But the invasiveness of cattails is recent. It’s tied to modern agriculture, fertilizers, and water management. So I’m talking about the quantities that would have been available to recent hunter gatherers on our continent. Even a few hundred years ago the quantities of cattails that you’re describing would not have existed, never mind a hundred thousand years ago.

Never take me to be saying we didn’t eat plants at all or use them for all sorts of things. My thesis is that we don’t have a nutritional dependence on them, that for many human populations they were only rarely an easy source of nutrition, and our evolutionary history is one of tending towards a highly meat based diet.

How do you figure they are irrelevant when they are the genetic parents of those 2000? Sure there may have been some adaptations that favoured those 2000 but we’re talking about the same species here. Not any major differences in physiology. Obviously, at some point we turned more to plants (I’m not arguing against this although I think it happened far later), but that wouldn’t change us being essentially carnivores. An adaptation to digest plants or dairy doesn’t make that food source necessary or even as good. It would just mean that we can now get more nutritional value from those things then previously, and that is only a hypothetical adaptation.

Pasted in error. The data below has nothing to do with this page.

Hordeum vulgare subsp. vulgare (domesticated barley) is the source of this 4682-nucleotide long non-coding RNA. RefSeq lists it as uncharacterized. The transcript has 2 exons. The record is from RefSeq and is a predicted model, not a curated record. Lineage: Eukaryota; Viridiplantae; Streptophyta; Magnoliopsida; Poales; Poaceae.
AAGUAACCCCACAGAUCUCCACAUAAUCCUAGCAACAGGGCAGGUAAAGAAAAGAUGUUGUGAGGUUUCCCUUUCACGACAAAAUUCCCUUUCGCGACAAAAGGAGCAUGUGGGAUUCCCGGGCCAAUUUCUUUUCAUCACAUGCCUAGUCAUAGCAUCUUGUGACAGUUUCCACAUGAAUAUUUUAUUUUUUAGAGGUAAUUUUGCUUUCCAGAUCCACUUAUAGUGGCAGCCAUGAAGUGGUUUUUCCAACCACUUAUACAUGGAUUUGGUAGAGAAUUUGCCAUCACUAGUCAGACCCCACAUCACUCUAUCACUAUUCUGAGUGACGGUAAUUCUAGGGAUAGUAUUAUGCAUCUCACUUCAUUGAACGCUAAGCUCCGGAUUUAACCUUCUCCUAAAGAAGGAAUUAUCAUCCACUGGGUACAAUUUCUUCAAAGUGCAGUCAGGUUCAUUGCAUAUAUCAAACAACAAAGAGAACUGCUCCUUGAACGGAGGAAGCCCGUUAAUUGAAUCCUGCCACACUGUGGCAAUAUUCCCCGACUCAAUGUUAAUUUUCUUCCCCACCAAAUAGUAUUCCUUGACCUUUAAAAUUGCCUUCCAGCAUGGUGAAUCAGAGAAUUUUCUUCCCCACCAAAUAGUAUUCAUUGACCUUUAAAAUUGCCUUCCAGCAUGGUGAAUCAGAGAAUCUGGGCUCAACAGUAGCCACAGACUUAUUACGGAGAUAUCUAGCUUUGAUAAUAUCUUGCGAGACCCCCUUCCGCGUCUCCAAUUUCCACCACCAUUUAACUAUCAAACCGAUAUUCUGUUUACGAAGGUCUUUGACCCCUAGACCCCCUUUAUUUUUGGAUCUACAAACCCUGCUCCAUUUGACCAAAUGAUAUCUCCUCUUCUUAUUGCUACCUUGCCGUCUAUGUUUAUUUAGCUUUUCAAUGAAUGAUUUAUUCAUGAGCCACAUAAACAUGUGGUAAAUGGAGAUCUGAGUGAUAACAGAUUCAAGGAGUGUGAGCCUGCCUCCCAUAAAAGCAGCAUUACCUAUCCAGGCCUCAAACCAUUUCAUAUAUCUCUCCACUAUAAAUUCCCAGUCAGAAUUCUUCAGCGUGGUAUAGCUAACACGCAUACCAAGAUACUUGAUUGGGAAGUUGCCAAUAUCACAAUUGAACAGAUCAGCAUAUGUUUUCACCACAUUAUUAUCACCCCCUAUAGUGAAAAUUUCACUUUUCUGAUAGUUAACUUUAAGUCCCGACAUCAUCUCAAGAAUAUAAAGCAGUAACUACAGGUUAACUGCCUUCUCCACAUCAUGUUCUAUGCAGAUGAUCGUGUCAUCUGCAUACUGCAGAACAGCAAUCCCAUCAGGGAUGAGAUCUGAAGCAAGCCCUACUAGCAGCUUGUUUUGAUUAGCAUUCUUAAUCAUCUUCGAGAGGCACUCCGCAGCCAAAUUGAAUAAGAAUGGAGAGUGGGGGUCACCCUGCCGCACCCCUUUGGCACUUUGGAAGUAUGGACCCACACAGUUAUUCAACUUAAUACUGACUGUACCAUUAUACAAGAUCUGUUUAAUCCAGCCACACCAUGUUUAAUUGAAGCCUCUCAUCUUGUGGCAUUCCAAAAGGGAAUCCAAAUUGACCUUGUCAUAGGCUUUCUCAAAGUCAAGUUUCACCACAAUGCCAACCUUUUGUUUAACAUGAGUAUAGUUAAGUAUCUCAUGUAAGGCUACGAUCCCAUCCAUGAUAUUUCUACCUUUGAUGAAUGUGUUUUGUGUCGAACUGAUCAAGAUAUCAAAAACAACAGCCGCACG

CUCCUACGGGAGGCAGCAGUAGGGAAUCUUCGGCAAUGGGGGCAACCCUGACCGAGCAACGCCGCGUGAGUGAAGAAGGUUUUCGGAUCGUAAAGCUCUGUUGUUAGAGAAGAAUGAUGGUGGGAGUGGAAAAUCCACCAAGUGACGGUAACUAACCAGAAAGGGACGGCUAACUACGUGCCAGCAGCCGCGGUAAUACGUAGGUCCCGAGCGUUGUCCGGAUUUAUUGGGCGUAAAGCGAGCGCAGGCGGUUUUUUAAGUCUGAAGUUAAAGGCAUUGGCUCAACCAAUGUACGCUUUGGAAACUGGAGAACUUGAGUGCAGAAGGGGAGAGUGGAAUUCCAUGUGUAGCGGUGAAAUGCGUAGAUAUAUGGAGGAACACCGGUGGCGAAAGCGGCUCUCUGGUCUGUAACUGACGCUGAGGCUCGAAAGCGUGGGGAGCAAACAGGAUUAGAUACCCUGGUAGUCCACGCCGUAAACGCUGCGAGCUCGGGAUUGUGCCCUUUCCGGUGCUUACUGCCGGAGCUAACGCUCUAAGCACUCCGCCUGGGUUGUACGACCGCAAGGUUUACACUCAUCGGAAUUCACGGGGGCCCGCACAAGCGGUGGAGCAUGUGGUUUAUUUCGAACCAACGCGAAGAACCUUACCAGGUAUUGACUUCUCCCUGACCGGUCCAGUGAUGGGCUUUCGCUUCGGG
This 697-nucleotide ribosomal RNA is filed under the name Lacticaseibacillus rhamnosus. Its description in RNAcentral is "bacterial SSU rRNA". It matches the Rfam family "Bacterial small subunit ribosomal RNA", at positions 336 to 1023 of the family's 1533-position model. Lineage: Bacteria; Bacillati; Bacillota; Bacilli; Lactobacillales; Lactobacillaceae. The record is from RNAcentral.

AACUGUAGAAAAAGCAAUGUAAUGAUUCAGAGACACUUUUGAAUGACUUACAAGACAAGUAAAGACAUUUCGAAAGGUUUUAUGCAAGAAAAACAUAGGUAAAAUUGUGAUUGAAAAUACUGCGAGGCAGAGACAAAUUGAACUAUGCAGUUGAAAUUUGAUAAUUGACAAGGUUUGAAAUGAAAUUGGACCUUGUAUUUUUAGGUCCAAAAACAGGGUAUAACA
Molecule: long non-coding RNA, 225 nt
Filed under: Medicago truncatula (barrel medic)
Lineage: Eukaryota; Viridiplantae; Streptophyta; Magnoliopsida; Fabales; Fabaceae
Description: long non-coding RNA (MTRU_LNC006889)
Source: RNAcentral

A shortened gut hurts the digestion of any plant source because it interferes with the digestion of cellulose and the effective break down of fibre. It’s an adaptation only seen in mostly meat eating species. Similarly check out our stomach acidity. Acidity increases in animals as you go from herbivorous species to carnivores. We have one of the most acidic stomachs of any animal on the planet. Then there is the line of evidence about the nitrogen isotope contents of our ancestors collagen. This too points in the direction of a high-level carnivores.

Finally, the suggestion that our increased brain size and decreased gut size evolved in conjunction with the discovery of fire is strange. Homo-Erectus is thought to have discovered fire and Homo Erectus already had a very short gut and a very increased brain size.

(Michael - When reality fails to meet expectations, the problem is not reality.) #186